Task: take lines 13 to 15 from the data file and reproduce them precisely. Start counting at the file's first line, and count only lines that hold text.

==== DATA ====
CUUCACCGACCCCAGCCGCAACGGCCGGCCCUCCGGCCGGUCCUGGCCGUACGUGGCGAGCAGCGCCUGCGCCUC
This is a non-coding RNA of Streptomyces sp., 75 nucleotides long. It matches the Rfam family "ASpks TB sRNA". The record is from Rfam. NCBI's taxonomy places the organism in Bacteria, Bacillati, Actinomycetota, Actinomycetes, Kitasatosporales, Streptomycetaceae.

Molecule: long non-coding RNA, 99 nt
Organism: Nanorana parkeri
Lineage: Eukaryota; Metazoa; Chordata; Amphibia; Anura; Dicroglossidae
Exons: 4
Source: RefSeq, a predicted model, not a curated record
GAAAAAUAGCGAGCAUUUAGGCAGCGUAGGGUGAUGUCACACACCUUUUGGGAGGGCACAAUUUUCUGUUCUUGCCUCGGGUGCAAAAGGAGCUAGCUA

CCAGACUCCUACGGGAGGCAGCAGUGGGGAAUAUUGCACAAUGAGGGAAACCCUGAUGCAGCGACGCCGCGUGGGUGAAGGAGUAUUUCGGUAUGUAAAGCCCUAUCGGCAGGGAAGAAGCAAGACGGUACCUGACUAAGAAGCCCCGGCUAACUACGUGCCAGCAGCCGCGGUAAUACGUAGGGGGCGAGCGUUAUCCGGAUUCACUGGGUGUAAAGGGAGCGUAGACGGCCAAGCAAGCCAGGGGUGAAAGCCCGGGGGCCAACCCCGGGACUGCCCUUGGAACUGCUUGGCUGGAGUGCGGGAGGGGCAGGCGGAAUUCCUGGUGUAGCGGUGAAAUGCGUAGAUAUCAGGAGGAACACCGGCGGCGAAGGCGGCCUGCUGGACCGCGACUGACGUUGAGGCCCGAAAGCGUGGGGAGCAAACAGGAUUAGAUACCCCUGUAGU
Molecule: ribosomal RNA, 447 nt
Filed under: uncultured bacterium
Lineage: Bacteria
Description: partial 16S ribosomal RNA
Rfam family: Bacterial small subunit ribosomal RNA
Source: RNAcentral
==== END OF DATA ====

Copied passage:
Description: partial 16S ribosomal RNA
Rfam family: Bacterial small subunit ribosomal RNA
Source: RNAcentral